Saturday, 16 July 2016

The dangers of concept art

Of course it is not surprising to read that concept art can be physically dangerous, as it has already been quite dangerous in a mental sense for people lacking a cultural basis in their psychological make-up:

In 2001, a cleaning lady in an art gallery had thrown away an art work by Damien Hirst, consisting of dirty glasses and a full ash tray. In January 2005 garbage collectors threw a heap of litter from the street in their car, which afterwards appeared to be a modern sculpture.

In his book 'Art versus Nonart' (2003) Tsion Avital relates how a museum director told him that in one of the boxes, which had been delivered in preparation of an exhibition of modern art, nothing else but small pieces of polystyrene could be found, the usual filling material to safeguard transportation of art works. Since they could not find any object, assistents cut the polystyrene pieces, thinking the work was possibly packed inside the polystyrene. But no, nothing there. Maybe the work had been stolen or got lost in some way? When the artist was contacted with the news that the boxes had arrived but without the work, it appeared that the pieces of polystyrene were the work of art, upon which the artist took the museum into court for damaging his work.

In Rumania a man had hanged himself in a park with modern sculpture, and only after some considerable time the public began to realize that he was not part of the exhibition. Maybe this story is not really true, but that it circulates is an indication that there is a consensus that everything - really everything - can be art. Which means that it is impossible to distinguish a work of art from anything else.

(Source: 'Niet alles is kunst', Kraaijpoel, Meyer, Allan; Aspekt 2010, unfortunately not as yet in English.)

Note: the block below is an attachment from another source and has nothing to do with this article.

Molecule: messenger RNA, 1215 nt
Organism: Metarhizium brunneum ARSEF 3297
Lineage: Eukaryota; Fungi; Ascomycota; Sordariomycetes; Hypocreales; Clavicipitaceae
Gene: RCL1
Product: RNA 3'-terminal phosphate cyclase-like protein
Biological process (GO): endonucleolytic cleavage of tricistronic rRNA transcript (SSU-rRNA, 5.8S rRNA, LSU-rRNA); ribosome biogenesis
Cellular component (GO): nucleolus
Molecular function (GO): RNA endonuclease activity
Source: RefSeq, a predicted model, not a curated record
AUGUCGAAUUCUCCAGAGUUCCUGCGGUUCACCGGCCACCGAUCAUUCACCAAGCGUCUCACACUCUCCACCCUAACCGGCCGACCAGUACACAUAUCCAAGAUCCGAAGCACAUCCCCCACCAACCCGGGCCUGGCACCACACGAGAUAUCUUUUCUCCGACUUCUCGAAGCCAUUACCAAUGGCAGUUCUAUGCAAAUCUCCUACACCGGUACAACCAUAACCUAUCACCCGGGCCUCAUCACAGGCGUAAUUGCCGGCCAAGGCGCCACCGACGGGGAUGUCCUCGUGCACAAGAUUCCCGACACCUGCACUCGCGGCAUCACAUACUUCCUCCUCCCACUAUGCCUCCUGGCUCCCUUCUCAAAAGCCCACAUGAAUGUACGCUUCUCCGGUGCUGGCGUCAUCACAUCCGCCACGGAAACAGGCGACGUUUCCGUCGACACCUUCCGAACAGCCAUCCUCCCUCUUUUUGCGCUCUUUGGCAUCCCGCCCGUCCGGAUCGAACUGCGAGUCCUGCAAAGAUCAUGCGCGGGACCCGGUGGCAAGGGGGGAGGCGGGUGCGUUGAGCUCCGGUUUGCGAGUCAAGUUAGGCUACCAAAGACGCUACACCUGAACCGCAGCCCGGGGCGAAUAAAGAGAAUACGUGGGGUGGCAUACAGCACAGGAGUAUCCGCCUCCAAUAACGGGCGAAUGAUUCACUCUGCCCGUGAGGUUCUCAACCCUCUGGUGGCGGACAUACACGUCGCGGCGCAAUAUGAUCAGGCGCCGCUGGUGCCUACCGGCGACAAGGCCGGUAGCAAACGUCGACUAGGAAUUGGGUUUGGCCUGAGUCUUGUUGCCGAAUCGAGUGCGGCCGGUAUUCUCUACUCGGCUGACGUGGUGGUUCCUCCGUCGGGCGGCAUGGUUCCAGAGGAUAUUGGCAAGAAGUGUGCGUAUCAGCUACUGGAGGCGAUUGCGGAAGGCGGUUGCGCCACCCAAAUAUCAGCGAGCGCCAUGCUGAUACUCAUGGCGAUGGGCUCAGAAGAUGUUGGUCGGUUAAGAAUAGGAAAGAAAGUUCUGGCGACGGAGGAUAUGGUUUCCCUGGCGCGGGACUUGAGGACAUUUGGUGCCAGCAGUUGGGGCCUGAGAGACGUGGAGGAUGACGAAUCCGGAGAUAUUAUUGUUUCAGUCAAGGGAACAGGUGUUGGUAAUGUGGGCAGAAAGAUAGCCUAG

It all began with the 'fountain', which in reality was and always will be a pissoir, by Marcel Duchamp, a 'readymade' from 1915. Duchamp was a joker, not a serious artist, and the idea that a 'readymade' could be art opened the door to the immense sea of nonsense which began its crazy trajectory through 20C art history.

Duchamp: 'Fountain', 1915

In music, it was Eric Satie who turned his limitations into an asset and wrote some interesting works, some of them really beautiful (Gymnopedies), and one remarkable work: 'Socrate', a very subdued cantata where absence creates the dreamy atmosphere of an empty room filled with nostalgia. But it was especially his nonsense pieces which were taken-up with delight by postwar nontalents like John Cage, seeing in Satie a legitimization of their lack of musical imagination, skill, and their 'rebellion' against a musical culture where they would never be accepted as serious musicians.

A link to 'Socrate':

With the liberation from any sense of aesthetics, artistic meaning/achievement, and skills, concept art and concept music is the bottom line of decadence, and not even skillful decadence as we sometimes can admire in fin-de-si├Ęcle art and music, but cheap, kitschy, puerile decadence, the climate of the playing ground, where people fool around and exploit the gullable for money. Probably the man in the sculpture park was a concept artist who finally understood the non-meaning of his trade.

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